QUE DIOS TE BENDIGA

5739016590_ab85ee8fe4     Last Sunday my son and I had the privilege of attending a Spanish Assembly Of God.  My son had to do monthly projects for Spanish class and had wanted to attend a Spanish church.  I speak and understand very little Spanish.  In fact the Spanish I did learn was off of children’s shows such as Sesame Street, Maya and Miguel, Dora and the like.  My son, Tyler, age sixteen, was quick to point out the patheticness (if that is even a word! LOL!) of the whole situation.  He is probably right, but I won’t let him know that.  In fact, when I was in school, I learned German.  Unfortunately it was not the same dialect they teach today but it did help me with my Pennsylvania Dutch when I became a nursing assistant as well as it helped me understand some of the conversations the local Amish would use.  Who doesn’t want a leg-up on that?!  LOL!

    My son and I showed up for the service early thinking we could slip, unnoticed, into a back row.  I did not wish to be too noticeable as I was in the middle of my sinus infection and bronchitis.  We discover quickly that there is no hiding.   People were continually approaching and greeting us with “Que Dios Te Bendiga! God bless you!”  I quickly learned to reply in my limited Spanish, “Gracias!” to the amusement of my son. However when they learned I understood little Spanish, they would try to make us go to the English service and then we would have to explain that my son was learning Spanish and we wished to be there.  It was not a bad thing.  I just grew tired of explaining.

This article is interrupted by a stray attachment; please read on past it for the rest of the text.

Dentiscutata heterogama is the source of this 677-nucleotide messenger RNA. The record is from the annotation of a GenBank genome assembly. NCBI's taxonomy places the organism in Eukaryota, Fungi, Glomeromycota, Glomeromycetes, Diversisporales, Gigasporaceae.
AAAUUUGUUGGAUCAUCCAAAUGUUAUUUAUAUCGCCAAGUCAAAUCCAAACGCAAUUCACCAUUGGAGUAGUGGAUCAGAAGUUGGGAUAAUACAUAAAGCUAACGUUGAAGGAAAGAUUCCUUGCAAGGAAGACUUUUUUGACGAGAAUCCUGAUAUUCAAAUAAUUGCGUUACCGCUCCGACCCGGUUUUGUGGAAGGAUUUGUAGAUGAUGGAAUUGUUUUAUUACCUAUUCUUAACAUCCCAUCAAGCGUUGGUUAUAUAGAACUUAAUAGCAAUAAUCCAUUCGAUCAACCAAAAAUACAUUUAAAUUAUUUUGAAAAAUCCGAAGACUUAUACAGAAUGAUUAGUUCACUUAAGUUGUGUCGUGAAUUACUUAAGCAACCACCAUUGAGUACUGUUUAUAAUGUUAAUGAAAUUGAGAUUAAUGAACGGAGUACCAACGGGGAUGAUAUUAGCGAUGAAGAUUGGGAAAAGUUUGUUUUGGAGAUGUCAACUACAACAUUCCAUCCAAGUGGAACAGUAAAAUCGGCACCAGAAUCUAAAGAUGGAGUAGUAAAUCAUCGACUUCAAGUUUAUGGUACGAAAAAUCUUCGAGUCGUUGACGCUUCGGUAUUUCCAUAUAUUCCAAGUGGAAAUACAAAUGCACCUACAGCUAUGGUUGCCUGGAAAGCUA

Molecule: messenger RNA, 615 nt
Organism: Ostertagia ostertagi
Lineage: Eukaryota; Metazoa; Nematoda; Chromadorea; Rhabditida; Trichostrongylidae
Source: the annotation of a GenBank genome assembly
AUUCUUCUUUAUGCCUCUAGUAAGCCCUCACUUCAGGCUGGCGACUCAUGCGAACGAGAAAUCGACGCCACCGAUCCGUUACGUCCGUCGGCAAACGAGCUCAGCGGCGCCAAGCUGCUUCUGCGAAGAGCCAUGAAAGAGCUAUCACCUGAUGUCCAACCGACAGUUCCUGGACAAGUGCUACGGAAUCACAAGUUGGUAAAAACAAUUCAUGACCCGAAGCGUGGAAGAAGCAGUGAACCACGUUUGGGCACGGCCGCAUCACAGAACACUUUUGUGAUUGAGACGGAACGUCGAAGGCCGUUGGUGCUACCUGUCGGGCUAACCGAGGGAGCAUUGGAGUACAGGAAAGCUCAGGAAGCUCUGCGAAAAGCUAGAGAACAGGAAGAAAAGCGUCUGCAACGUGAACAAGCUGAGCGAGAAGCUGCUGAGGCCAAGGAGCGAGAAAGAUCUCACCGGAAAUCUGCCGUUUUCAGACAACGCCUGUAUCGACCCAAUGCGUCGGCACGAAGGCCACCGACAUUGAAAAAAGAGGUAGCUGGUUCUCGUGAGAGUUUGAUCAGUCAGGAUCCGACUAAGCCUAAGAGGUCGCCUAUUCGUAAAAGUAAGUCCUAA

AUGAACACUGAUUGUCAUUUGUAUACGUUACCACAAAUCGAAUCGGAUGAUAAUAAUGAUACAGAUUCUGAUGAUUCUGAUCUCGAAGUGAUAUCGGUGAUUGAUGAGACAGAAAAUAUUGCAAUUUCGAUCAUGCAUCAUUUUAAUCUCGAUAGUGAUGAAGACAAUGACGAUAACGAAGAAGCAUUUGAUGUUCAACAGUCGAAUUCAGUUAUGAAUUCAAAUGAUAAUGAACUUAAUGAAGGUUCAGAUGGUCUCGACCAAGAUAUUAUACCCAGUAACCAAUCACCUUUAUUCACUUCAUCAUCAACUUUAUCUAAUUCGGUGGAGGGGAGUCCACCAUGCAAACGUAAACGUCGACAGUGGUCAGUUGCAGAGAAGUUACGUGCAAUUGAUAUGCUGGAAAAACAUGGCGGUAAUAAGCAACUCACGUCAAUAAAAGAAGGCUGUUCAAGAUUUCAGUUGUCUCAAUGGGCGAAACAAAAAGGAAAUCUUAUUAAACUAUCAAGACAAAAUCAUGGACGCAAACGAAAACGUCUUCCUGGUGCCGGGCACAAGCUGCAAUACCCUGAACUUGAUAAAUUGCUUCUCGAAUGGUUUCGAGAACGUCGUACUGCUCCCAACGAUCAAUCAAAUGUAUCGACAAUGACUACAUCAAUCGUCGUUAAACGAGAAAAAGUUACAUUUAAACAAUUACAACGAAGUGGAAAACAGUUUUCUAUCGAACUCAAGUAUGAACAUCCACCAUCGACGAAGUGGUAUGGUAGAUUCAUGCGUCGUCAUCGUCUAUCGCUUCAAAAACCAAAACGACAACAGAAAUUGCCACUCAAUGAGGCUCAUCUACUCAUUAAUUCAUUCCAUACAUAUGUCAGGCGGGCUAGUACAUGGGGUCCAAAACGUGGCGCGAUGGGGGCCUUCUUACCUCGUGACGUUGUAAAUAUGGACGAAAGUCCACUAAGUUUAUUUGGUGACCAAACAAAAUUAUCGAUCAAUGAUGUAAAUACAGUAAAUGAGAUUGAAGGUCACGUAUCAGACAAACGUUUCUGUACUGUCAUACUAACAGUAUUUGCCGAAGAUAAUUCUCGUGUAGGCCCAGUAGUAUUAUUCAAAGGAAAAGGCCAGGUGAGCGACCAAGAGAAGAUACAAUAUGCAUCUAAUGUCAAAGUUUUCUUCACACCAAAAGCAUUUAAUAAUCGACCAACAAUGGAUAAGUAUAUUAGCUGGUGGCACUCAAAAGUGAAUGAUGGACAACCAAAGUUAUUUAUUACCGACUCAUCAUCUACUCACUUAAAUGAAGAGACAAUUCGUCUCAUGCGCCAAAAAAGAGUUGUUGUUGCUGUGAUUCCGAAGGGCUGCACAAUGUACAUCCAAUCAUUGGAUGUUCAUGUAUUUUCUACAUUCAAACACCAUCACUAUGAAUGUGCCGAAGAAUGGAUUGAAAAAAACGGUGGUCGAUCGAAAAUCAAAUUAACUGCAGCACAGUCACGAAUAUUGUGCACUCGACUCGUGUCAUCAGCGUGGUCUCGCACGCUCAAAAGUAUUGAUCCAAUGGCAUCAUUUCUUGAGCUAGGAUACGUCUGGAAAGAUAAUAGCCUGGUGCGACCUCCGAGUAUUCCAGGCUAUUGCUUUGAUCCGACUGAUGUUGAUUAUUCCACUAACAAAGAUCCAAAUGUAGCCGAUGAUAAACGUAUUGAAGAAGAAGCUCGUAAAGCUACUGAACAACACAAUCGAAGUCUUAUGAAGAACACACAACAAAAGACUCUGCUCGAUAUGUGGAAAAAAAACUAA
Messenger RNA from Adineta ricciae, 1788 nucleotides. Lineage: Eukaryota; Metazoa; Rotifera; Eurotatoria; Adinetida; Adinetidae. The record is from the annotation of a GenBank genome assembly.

God_bless_you_01     I did, however, feel touched by the constant greeting of God bless you.  These people were not only saying “hello”.  They were actually administering a blessing.  How many times have I or anyone else actually sought to bless others in greeting?  To them it was not just a formality.  It was a way of life and I felt blessed just being there.  Another thing they would do in greeting one another is a hug and a kiss on the cheek.  I was raised in a church where a Kiss of Charity was given but this bore more sweetness and less formality that I had grown accustomed to.    Another similarity was, when we arrived, there were several people on their knees “backward” praying in the pew.  The church I had grown up in also prayed like this although you did not see them doing it on their own before the services.  The music was beautiful and, even though I understood little, I was able to sing along with the words on the screen because I knew enough how to pronounce it.  I left feeling blessed and would most certainly return, should the chance present it self.

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